Love Lee spent six weeks of her summer interning for a non-profit organization in Dublin, Ireland. The Pivotal Arts Studio hosted her internship, where she acted as both a participant and an employee in a current project which collaborates with the historical Chester Beatty Library, located in the heart of Dublin. The Young Curators Program presented the studies and photography of John Thomson and used his work as a springboard for participants of the program to go into the city of Dublin to create their own works. During the length of the program, Love professionally recorded the workshops in its entirety and also produced a portfolio of her own that will be displayed in the Chester Beatty Library in its upcoming exhibition. The photos show some of the participants of the program in their last days of the program’s collaborative workshops. In part of the Young Curators Program, Love also created a blog to document her progress during her time in the program. During her weekends, Love took advantage of her free time by traveling to other destinations in Ireland, such as Belfast and Galway. She was exposed to the different lifestyles of both Northern and Western Ireland which are vastly different, based on her every day experiences in the city of Dublin. Also, while staying in Dublin, Love was involved in traditional Irish dance workshops and showcases and she volunteered for various summer festivals such as the Street Performers Festival in Dublin. In addition, she participated in an internship forum class that served as a support system for those interning abroad.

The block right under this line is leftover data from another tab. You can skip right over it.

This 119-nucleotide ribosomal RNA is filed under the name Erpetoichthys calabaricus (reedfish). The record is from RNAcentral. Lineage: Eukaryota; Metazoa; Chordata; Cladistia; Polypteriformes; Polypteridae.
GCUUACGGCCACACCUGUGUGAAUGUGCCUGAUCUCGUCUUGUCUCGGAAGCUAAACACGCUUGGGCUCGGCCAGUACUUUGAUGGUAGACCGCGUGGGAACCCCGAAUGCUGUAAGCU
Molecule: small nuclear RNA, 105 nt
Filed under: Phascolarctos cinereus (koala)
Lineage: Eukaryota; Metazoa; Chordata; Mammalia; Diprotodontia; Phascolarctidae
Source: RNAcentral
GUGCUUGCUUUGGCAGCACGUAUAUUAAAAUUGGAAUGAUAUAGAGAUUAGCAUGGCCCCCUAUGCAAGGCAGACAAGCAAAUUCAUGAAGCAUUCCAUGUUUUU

CEE Title: Women for Women
For her CEE, Love created Women for Women, a three-month project involving active participation from the Bradford community. Love and her team visited Bradford Area High School to give a presentation on diversity and culture. The UPB team then asked the students to create a design symbolic of their own diversity and culture. Upon completion, Love and her team constructed a diversity quilt using their own designs and those of the students. They also put together a short documentary of the project and displayed the quilt and video at the cultural festival on campus in February and also at the Vira I. Heinz luncheon in March. Once the quilt is sold, the money earned will go to Kiva, a non-profit organization that provides micro-loan funding to those in need in other countries.